Sermon on Lectionary text for 17th Ordinary, John 6:1-21, July 26, 2009

Sit down!
Sit down!

Numb. 11:1-15;

John 6:1-21

Jesus: “Sit down!” (OK, that was easy)

When I was in high school I went to a youth camp in Michigan every year; one year the theme for the week was, “Obeying the Commands of Christ”.  We were told we should learn all of Jesus’ commands, and focus on obeying them.   It sounded reasonable on the surface, but looking back, it’s one of the perspectives that drove me away from fundamentalism.  The perspective of focusing on commands turns grace on its head and makes the entire focus of spirituality a drudgery of law-keeping.  Anyway, I don’t know how they came up with the list of Jesus’ commands we were supposed to obey, but they missed the one we have in this text today.  He told the people to sit down (v. 10).  They did.  This is the second easiest command to obey in the whole bible  – the first is of course, “be fruitful and multiply.”

Moses: fame and human side

Normally when we think about commands and laws in the bible, we think of Moses.  He was famous for many reasons, and going up to THE mountain, Sinai, and coming down with the torah, the law is what he is most famous for.  I love the whole Moses’ story – how on that first Passover night in Egypt, the Hebrew slaves were liberated from Pharaoh’s oppressive hand.  Moses led the people through the waters of the sea, and though they grumbled, he interceded and fed them with Manna in the wilderness – warning them not to try to save the leftovers.   (Exod. 16:19)

I love the story of Moses because the bible lets us see him in his frail, reluctant, self-doubting humanity as well as in his moments of true greatness.  We see him at the burning bush where God is trying to call him into service – but Moses isn’t so sure he has enough of what it takes to do the job, or even to be listened to by his own people.  God speaks out of the bush to Moses, saying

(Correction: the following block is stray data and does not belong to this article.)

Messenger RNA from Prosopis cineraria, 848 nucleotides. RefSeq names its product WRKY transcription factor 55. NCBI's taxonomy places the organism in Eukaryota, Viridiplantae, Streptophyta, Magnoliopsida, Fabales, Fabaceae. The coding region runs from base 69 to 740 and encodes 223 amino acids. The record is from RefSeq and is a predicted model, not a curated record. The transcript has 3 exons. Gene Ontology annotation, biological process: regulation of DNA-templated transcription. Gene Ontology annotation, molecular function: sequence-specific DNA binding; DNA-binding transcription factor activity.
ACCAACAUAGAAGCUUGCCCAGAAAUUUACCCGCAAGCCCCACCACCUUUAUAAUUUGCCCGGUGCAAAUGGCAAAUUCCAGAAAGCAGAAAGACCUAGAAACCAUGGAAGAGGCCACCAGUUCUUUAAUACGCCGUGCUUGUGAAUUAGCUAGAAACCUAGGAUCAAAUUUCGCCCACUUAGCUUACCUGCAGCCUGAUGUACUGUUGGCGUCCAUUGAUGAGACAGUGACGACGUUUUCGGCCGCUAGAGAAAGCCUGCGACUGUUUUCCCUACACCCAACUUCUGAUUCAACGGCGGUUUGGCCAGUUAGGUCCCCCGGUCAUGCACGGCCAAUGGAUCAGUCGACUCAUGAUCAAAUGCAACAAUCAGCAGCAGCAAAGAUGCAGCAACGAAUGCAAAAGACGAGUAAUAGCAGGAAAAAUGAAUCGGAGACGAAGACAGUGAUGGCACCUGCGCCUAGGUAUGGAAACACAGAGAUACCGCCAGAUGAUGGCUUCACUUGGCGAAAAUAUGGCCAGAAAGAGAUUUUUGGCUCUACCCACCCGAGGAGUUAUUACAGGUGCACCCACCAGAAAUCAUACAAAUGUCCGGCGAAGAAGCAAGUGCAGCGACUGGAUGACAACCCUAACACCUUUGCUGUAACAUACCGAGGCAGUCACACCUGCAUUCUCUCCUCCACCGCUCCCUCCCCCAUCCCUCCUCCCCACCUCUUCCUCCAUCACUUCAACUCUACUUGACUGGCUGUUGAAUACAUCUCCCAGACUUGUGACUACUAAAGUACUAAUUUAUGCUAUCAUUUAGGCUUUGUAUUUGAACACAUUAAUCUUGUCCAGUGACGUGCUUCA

“I AM WHO I AM.” He said further, “Thus you shall say to the Israelites, ‘I AM has sent me to you.’”  (Exod 3:14 )

Later, he again questions his ability to keep leading, making God promise again that his presence will be with Moses.  Compassionately, God acquiesces:

And He said,

“My presence shall go with you, and I will give you rest.” (Exod. 33:14)

I’m certain that if people knew where Moses died, it would be one of the great religious shrines of all time – but of course Moses died alone, so we do not know where.  But Moses continued to live on for the people of Israel – not just in the fact that he gave them the torah, the law, but also in the expectation that he left behind.  Moses predicted that in the future, God would again raise up a prophet like himself!

I will raise up for them a prophet like you from among their own people; I will put my words in the mouth of the prophet, who shall speak to them everything that I command.  (Deut. 18:18)

The expectation and its questions

A prophet like Moses?  The people in Jesus’ day had this expectation – and it filled them with questions.  “If such a prophet came, could there be a new exodus from foreign domination?  Could God’s people once again hear those reassuring words, “I AM” and know that he was with them, that he could again feed them when they were overwhelmed by their scarcity?  Could they again go through insurmountable barriers, like the sea – even in these new stormy times?  After all, nothing seemed less likely.  They were living in tough times, pawns in a foreign empire.  They even renamed their own sea of Galilee after dear Emperor Tiberius.

This is the situation in which we find ourselves as our gospel text opens.  Jesus went to the side of the sea of Galilee, or rather, “Tiberias,” with a large crowd.  John says he went up THE mountain – like Moses had done, and at the same time of the celebration of the first exodus, at Passover, he gave them a command, which they followed: sit down.  Is it any wonder that the next thing that happens is that the people in the wilderness are miraculously fed?  Is it even surprising that there are enough left overs so that each of the 12 tribes of Israel gets a “to go” basket?

Should we be surprised that the very next thing that happens is a crossing of the sea, of course in a storm?  And couldn’t we all by now predict  that we would hear the words from Jesus repeating the words God spoke to Moses from the burning bush, “I am” – which only makes sense to translate in English “It is I”?

The connection: our time of scarcity

What are we to take from this thickly layered text?